Posted on: 23 November 2021
Many modern vehicles now use all-wheel drive (AWD) or four-wheel drive (4WD) systems. These systems rely on a few extra components when compared to traditional two-wheel drive (2WD) vehicles. Instead of driving only a single axle, AWD and 4WD systems must send power to all four wheels, although they do so in a few different ways.
The added complexity in these systems can make it somewhat more challenging to narrow down possible problems. Symptoms that might point to the transmission in a 2WD vehicle may instead be an issue with the differential or transfer case in AWD and 4WD cars. Recognizing what different sounds mean can help you differentiate between these problems.
Why Do Transmissions Make Noise?
A modern automatic transmission in good repair should generally be smooth and silent while in operation. You shouldn't notice any noises or vibrations in any gear. This situation can change as interior parts wear and fail, or due to fluid issues such as contaminated fluid or low pressure. Some typical problem noises include whining, grinding, or buzzing sounds.
It's often challenging to diagnose the underlying cause of a transmission noise simply by comparing noises against each other, but you can get some clues based on when the noises occur. For example, fluid issues usually cause noises at any speed, and you may not notice much change while accelerating or changing gears.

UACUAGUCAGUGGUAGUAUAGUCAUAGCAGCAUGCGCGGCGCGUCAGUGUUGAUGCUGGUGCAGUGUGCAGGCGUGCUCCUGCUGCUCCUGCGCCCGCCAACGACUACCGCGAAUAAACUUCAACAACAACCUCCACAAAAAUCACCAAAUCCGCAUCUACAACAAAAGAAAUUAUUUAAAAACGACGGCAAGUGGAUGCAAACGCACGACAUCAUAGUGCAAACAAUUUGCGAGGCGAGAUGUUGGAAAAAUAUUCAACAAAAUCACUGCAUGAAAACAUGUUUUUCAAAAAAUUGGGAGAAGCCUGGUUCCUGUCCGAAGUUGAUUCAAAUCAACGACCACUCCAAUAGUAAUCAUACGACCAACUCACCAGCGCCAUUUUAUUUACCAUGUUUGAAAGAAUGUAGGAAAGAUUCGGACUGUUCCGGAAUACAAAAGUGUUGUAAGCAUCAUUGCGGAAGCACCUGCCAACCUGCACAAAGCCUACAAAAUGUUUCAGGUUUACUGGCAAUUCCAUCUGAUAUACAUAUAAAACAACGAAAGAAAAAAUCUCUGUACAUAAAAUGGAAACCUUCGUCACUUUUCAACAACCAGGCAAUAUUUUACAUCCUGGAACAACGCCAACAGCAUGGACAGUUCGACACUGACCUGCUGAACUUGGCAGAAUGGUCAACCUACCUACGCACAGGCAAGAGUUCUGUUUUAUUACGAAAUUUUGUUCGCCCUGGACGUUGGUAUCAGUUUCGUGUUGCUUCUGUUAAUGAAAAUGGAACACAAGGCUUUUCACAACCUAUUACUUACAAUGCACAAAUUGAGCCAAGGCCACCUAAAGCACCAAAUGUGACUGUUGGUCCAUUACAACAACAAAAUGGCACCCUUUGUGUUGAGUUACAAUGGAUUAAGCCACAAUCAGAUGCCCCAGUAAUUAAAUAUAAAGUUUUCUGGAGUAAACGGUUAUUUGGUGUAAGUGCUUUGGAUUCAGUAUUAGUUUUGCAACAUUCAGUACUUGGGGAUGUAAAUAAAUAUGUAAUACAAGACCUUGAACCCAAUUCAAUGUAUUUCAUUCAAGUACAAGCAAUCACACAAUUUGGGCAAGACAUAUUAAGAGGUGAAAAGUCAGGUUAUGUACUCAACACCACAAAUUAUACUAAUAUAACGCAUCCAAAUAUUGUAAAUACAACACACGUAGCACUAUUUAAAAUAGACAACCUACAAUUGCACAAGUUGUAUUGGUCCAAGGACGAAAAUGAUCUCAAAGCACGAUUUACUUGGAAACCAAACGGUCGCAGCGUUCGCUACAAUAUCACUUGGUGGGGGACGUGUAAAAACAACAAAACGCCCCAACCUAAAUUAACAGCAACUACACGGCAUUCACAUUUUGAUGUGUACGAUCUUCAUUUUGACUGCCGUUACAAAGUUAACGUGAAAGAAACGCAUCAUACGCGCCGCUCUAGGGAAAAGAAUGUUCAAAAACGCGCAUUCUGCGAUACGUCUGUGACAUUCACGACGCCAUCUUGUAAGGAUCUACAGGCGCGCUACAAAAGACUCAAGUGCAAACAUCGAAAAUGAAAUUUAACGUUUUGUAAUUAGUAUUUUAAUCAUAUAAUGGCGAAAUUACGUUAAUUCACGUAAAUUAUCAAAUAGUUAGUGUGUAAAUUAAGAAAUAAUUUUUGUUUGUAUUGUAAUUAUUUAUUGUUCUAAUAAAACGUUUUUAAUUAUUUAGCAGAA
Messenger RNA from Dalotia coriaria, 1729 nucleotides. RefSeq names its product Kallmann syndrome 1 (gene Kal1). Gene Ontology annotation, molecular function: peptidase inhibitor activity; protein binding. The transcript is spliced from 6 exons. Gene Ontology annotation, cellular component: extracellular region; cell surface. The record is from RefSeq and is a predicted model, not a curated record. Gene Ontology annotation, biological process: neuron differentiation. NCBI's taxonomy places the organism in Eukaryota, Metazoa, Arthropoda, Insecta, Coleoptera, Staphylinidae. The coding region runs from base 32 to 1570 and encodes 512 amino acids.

On the other hand, failures due to internal wear usually show up only when the vehicle is in a certain gear. You may hear a noise as your car shifts into second or fourth gear, but nothing in other gears. These sounds often occur when internal parts become scored or pitted. These gear-related sounds typically won't change much based on speed.
How Do You Know It's a Transmission Noise?
Unfortunately, the whining or buzzing you'll hear from a transmission in trouble is often similar to the sounds you'll hear from a failing differential or transfer case. These components also tend to produce whining, buzzing, and grinding noises. The best way to tell the difference is by listening for issues when you hear the sounds.
In general, constant noises that change with speed often point to a problem with one of these other components. If your transmission allows you to select gears manually, you can try changing gears and listening for any noise changes. If the sound goes away as you choose gears or doesn't change with engine speed, you're more likely facing a transmission problem.
Remember that automatic transmissions are incredibly complex. While you can use your ears to perform some basic detective work, you should always rely on a skilled transmission shop to perform a final diagnosis and repair. Since waiting to address transmission issues can potentially lead to costly builds, it's usually a good idea to have your car evaluated as soon as you hear an unusual noise.
For more information, contact a transmission repair service near you.Share